This question needs a bit more information. I will try to answer it the best I can though!

You are likely given a surface temperature and a surface dew point. When air rises in the atmosphere, it cools adiabatically (without latent heat transfer). If the air parcel is dry, meaning the temperature is NOT the same as the dew point, then you use the Dry Adiabatic Lapse Rate (DALR). If the temperature is the same as the dew point, you will use the Moist Adiabatic Lapse Rate (MALR). The MALR varies, but in most textbooks, it is about 5°C/km.

The DALR is about 10°C/km, so for every kilometer you go up in the atmosphere, your air will be 10º cooler if it remains dry. If you do not reach the dew point by cooling this way, then your answer will be 10°x7 cooler than your starting temperature.

Now, if you are including dew point and a dew point lapse rate, you will need to cool the dew point for every kilometer as well. Most textbooks will make the dew point lapse rate as about 2°C/km.

*The key to answering this problem is to take your surface temperature and dew point and cool them by the appropriate lapse rates depending on if the air is saturated or dry. Each kilometer at a time, cool the surface temperature by the DALR and the Dew point by its own lapse rate. When these two become the same, cool the temperature and dew point by the MALR the rest of the way up. *

**Let's look at an example. **

We will use Celsius here because it is the standard in meteorology (aside from Kelvin).

Let's say you have a surface temperature of 20°C. Your surface dew point is 4°C. You need to find the temperature in 1 km intervals all the way up to 7 km.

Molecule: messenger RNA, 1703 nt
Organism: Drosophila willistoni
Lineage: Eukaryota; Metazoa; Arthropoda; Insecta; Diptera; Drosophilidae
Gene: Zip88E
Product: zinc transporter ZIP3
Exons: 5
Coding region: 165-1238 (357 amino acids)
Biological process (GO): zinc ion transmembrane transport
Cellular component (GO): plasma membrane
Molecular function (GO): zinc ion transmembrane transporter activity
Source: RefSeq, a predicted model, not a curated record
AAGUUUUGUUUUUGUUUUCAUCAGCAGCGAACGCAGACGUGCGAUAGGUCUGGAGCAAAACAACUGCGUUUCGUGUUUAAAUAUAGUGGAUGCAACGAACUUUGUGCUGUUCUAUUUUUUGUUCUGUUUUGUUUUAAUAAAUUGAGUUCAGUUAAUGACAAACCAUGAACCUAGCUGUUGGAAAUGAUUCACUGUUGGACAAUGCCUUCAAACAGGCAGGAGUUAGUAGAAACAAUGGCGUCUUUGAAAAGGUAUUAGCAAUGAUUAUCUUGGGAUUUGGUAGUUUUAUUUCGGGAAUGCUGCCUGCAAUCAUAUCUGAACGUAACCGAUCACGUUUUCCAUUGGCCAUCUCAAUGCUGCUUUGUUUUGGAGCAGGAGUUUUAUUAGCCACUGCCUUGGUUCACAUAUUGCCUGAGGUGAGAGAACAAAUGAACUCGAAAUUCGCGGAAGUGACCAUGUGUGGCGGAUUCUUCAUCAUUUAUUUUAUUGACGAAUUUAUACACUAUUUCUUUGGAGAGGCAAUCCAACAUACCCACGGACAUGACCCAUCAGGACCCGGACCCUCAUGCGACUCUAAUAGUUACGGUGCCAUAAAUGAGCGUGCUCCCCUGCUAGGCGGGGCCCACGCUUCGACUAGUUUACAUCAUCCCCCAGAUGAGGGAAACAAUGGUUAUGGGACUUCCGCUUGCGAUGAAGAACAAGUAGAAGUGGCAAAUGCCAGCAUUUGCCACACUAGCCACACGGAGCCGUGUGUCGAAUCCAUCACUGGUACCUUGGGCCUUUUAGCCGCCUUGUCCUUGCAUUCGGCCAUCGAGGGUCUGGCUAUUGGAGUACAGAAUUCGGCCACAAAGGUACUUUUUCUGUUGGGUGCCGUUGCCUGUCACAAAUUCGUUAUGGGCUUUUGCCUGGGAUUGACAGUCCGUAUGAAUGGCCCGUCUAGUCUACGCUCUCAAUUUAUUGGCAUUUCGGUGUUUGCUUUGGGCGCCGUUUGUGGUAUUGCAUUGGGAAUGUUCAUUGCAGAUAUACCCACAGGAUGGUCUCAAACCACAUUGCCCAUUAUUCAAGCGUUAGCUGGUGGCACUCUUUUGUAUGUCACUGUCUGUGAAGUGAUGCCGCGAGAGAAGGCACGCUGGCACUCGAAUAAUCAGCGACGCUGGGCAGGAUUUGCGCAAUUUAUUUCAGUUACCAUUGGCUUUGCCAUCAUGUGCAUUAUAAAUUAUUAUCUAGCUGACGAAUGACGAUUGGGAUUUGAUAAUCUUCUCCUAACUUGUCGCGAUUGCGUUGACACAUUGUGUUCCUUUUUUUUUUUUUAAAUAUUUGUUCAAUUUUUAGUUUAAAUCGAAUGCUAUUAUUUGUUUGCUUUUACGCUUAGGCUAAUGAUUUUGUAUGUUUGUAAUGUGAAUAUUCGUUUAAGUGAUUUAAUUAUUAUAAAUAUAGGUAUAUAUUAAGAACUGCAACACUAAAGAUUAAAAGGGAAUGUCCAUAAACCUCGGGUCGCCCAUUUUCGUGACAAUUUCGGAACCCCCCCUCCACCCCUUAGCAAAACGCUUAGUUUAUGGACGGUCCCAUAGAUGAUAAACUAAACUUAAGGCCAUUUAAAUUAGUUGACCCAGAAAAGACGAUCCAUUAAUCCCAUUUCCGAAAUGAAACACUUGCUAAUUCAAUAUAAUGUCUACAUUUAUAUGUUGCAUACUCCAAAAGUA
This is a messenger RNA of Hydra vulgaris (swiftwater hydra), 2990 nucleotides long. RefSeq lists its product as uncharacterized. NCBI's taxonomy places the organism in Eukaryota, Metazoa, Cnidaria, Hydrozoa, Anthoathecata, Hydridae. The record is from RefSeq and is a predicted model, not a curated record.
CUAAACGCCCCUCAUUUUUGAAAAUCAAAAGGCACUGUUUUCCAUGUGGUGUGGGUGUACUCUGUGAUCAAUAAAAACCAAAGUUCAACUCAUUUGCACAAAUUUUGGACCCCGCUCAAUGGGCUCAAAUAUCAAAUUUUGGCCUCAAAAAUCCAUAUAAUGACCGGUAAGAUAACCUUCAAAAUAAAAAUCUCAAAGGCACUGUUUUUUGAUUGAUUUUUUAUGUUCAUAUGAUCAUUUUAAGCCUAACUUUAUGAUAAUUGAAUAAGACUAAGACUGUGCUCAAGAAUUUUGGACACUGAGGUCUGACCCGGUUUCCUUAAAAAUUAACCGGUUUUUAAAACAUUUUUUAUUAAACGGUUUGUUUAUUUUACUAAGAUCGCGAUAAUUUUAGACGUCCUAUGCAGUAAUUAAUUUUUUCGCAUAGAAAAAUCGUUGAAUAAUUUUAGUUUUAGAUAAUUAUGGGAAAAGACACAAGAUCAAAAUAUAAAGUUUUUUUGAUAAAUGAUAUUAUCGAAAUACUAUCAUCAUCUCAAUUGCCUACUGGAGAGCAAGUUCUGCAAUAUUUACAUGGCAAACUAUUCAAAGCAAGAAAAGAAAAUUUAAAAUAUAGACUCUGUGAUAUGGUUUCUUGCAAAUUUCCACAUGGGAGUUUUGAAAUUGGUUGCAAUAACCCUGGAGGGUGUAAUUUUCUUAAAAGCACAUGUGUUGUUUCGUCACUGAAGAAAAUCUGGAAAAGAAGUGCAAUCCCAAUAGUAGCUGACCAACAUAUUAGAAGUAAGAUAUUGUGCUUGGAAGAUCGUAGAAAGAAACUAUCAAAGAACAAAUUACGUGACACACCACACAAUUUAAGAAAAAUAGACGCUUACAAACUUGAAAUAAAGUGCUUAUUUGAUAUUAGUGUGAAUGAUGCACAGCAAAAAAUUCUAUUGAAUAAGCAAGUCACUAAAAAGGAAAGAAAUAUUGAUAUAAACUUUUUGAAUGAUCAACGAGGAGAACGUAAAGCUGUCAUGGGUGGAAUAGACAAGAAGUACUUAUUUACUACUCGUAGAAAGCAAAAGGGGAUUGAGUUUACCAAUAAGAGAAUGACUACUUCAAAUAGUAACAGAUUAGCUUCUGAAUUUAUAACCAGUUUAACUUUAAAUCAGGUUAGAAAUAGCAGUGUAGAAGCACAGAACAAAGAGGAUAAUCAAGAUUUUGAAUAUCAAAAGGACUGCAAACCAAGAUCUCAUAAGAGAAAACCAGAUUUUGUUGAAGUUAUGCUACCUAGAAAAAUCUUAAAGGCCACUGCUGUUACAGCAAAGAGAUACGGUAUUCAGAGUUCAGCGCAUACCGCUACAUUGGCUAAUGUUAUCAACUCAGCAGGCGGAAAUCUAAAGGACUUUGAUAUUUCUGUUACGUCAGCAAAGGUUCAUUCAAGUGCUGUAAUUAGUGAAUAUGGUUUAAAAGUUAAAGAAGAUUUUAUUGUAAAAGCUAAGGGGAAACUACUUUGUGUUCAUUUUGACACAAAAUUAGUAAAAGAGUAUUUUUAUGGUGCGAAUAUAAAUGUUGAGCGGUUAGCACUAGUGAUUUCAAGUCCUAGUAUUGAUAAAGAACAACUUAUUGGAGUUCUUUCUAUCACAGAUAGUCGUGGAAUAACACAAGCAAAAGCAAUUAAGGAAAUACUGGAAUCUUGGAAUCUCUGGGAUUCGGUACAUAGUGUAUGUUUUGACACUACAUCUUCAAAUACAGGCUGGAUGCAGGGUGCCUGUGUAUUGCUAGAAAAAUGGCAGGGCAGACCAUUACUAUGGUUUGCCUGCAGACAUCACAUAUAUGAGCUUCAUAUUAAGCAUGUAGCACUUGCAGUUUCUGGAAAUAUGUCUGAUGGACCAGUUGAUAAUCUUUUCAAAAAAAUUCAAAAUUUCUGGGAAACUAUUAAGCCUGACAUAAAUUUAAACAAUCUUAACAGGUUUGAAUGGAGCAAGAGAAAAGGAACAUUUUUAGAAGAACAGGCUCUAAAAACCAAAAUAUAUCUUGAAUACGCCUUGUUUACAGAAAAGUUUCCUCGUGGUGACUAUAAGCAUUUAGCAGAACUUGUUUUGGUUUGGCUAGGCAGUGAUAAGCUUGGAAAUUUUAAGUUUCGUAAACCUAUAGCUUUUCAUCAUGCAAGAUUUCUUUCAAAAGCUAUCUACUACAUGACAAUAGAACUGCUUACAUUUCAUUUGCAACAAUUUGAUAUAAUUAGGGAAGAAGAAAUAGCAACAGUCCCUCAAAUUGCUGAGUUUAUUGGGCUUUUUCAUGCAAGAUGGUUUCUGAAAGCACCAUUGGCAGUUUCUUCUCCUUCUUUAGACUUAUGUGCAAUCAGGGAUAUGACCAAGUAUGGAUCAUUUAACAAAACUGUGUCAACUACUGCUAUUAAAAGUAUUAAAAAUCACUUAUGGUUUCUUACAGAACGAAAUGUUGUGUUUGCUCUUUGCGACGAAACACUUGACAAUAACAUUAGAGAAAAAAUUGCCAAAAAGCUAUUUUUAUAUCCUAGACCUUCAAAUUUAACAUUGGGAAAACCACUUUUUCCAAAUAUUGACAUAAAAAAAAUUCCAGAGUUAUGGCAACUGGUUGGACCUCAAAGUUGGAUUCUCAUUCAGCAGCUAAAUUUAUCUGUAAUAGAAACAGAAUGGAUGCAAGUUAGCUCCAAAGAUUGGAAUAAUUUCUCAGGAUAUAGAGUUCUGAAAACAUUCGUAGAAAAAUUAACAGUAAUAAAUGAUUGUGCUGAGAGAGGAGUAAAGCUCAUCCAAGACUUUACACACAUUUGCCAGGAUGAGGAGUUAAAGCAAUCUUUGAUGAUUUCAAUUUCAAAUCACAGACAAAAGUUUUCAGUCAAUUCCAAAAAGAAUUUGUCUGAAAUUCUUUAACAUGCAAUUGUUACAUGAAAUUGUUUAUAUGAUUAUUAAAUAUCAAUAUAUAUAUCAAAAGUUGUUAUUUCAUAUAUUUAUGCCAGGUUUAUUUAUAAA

First, we need our lapse rates.

DALR (Dry rate): 10°C/km

MALR (Moist rate): 5°C/km

Dew Point Lapse Rate: 2°C/km

Let's do our first kilometer.

From 0-1 km, we take our temperature and drop it by the DALR of 10°C *because the temperature is not the same as the dew point yet*. Drop the dew point by 2°C as well. This leaves us with a temperature of 10°C and a dew point of 2°C at 1 km. Since our temperature and dew point are not the same, we continue with the dry lapse rate for the next kilometer up.

For the next kilometer, drop the temperature by the DALR of 10°C and the dew point by 2°C. That leaves us with a temperature of 0°C and a dew point of 0°C. __Our temperature and dew point are the same now! We can now use the MALR!__

The rest of the problem is simple. Since the temperature and dew point are the same, we can use the Moist Adiabatic Lapse Rate for the rest of the problem. The temperature AND dew point will fall at the Moist Adiabatic Lapse Rate (MALR) the rest of the way up (5°C/km)! The rest of the problem is shown below:

2-3 km: Temperature and dew point of -5°C.

3-4 km: Temperature and dew point of -10°C

4-5 km: Temperature and dew point of -15°C.

5-6 km: Temperature and dew point of -20°C

6-7 km: Temperature and dew point of -25°C.

I know it's been like 6 years since this question was asked, but maybe it can help others! Hope this helped!